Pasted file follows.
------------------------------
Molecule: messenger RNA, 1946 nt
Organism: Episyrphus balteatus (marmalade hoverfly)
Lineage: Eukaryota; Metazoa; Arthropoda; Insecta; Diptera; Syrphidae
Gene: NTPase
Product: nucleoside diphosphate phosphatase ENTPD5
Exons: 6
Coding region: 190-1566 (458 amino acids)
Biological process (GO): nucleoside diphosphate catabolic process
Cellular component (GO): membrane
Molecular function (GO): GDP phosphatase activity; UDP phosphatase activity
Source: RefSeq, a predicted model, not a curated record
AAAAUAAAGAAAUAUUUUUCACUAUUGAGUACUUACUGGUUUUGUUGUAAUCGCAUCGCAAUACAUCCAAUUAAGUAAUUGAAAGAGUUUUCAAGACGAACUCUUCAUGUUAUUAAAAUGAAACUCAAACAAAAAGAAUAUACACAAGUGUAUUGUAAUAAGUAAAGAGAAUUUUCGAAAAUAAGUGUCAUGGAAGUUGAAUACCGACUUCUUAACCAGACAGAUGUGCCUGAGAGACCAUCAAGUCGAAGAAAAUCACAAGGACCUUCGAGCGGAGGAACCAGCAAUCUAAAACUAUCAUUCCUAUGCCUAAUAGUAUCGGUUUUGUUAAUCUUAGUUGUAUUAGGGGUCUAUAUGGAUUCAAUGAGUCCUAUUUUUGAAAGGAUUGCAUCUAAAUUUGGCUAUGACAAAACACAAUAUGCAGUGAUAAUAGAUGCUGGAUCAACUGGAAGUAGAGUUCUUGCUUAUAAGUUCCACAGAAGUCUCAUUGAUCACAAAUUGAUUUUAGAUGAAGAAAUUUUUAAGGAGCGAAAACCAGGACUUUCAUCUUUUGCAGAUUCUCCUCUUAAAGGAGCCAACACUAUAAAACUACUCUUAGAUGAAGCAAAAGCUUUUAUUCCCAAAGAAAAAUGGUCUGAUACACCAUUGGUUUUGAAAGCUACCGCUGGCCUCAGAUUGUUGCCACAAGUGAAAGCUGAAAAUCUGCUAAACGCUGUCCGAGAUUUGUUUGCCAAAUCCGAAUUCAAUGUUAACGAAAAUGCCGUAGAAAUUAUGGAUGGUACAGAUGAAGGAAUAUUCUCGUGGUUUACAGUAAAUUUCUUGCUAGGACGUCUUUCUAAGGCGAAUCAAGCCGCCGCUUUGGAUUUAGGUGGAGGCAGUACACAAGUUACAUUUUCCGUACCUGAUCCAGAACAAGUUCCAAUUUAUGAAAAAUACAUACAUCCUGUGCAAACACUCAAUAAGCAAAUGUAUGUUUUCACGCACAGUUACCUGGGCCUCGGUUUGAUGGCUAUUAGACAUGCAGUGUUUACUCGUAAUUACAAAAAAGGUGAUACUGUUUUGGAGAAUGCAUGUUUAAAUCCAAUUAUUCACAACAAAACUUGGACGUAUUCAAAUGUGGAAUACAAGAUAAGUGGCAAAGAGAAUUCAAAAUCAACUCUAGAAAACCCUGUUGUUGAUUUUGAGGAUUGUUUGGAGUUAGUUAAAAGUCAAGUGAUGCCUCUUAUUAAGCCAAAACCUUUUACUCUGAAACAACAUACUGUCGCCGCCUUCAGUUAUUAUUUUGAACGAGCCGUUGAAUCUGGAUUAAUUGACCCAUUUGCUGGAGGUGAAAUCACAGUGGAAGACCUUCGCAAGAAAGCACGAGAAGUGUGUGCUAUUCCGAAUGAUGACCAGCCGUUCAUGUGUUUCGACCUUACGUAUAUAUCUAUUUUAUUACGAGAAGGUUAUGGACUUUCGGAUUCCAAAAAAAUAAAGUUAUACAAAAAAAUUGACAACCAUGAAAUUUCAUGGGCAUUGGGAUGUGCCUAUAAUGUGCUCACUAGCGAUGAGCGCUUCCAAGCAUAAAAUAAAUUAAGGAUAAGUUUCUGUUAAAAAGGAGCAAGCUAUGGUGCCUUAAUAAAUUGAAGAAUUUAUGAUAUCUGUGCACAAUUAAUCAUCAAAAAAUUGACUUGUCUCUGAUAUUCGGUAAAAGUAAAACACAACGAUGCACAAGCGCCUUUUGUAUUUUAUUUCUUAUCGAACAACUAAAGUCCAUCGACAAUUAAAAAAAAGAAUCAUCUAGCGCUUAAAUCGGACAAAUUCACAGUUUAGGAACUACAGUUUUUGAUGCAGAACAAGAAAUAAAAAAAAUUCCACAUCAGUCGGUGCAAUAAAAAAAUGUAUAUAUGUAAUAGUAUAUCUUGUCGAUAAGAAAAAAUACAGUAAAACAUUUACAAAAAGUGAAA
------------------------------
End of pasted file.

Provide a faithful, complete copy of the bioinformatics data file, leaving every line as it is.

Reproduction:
Molecule: messenger RNA, 1946 nt
Organism: Episyrphus balteatus (marmalade hoverfly)
Lineage: Eukaryota; Metazoa; Arthropoda; Insecta; Diptera; Syrphidae
Gene: NTPase
Product: nucleoside diphosphate phosphatase ENTPD5
Exons: 6
Coding region: 190-1566 (458 amino acids)
Biological process (GO): nucleoside diphosphate catabolic process
Cellular component (GO): membrane
Molecular function (GO): GDP phosphatase activity; UDP phosphatase activity
Source: RefSeq, a predicted model, not a curated record
AAAAUAAAGAAAUAUUUUUCACUAUUGAGUACUUACUGGUUUUGUUGUAAUCGCAUCGCAAUACAUCCAAUUAAGUAAUUGAAAGAGUUUUCAAGACGAACUCUUCAUGUUAUUAAAAUGAAACUCAAACAAAAAGAAUAUACACAAGUGUAUUGUAAUAAGUAAAGAGAAUUUUCGAAAAUAAGUGUCAUGGAAGUUGAAUACCGACUUCUUAACCAGACAGAUGUGCCUGAGAGACCAUCAAGUCGAAGAAAAUCACAAGGACCUUCGAGCGGAGGAACCAGCAAUCUAAAACUAUCAUUCCUAUGCCUAAUAGUAUCGGUUUUGUUAAUCUUAGUUGUAUUAGGGGUCUAUAUGGAUUCAAUGAGUCCUAUUUUUGAAAGGAUUGCAUCUAAAUUUGGCUAUGACAAAACACAAUAUGCAGUGAUAAUAGAUGCUGGAUCAACUGGAAGUAGAGUUCUUGCUUAUAAGUUCCACAGAAGUCUCAUUGAUCACAAAUUGAUUUUAGAUGAAGAAAUUUUUAAGGAGCGAAAACCAGGACUUUCAUCUUUUGCAGAUUCUCCUCUUAAAGGAGCCAACACUAUAAAACUACUCUUAGAUGAAGCAAAAGCUUUUAUUCCCAAAGAAAAAUGGUCUGAUACACCAUUGGUUUUGAAAGCUACCGCUGGCCUCAGAUUGUUGCCACAAGUGAAAGCUGAAAAUCUGCUAAACGCUGUCCGAGAUUUGUUUGCCAAAUCCGAAUUCAAUGUUAACGAAAAUGCCGUAGAAAUUAUGGAUGGUACAGAUGAAGGAAUAUUCUCGUGGUUUACAGUAAAUUUCUUGCUAGGACGUCUUUCUAAGGCGAAUCAAGCCGCCGCUUUGGAUUUAGGUGGAGGCAGUACACAAGUUACAUUUUCCGUACCUGAUCCAGAACAAGUUCCAAUUUAUGAAAAAUACAUACAUCCUGUGCAAACACUCAAUAAGCAAAUGUAUGUUUUCACGCACAGUUACCUGGGCCUCGGUUUGAUGGCUAUUAGACAUGCAGUGUUUACUCGUAAUUACAAAAAAGGUGAUACUGUUUUGGAGAAUGCAUGUUUAAAUCCAAUUAUUCACAACAAAACUUGGACGUAUUCAAAUGUGGAAUACAAGAUAAGUGGCAAAGAGAAUUCAAAAUCAACUCUAGAAAACCCUGUUGUUGAUUUUGAGGAUUGUUUGGAGUUAGUUAAAAGUCAAGUGAUGCCUCUUAUUAAGCCAAAACCUUUUACUCUGAAACAACAUACUGUCGCCGCCUUCAGUUAUUAUUUUGAACGAGCCGUUGAAUCUGGAUUAAUUGACCCAUUUGCUGGAGGUGAAAUCACAGUGGAAGACCUUCGCAAGAAAGCACGAGAAGUGUGUGCUAUUCCGAAUGAUGACCAGCCGUUCAUGUGUUUCGACCUUACGUAUAUAUCUAUUUUAUUACGAGAAGGUUAUGGACUUUCGGAUUCCAAAAAAAUAAAGUUAUACAAAAAAAUUGACAACCAUGAAAUUUCAUGGGCAUUGGGAUGUGCCUAUAAUGUGCUCACUAGCGAUGAGCGCUUCCAAGCAUAAAAUAAAUUAAGGAUAAGUUUCUGUUAAAAAGGAGCAAGCUAUGGUGCCUUAAUAAAUUGAAGAAUUUAUGAUAUCUGUGCACAAUUAAUCAUCAAAAAAUUGACUUGUCUCUGAUAUUCGGUAAAAGUAAAACACAACGAUGCACAAGCGCCUUUUGUAUUUUAUUUCUUAUCGAACAACUAAAGUCCAUCGACAAUUAAAAAAAAGAAUCAUCUAGCGCUUAAAUCGGACAAAUUCACAGUUUAGGAACUACAGUUUUUGAUGCAGAACAAGAAAUAAAAAAAAUUCCACAUCAGUCGGUGCAAUAAAAAAAUGUAUAUAUGUAAUAGUAUAUCUUGUCGAUAAGAAAAAAUACAGUAAAACAUUUACAAAAAGUGAAA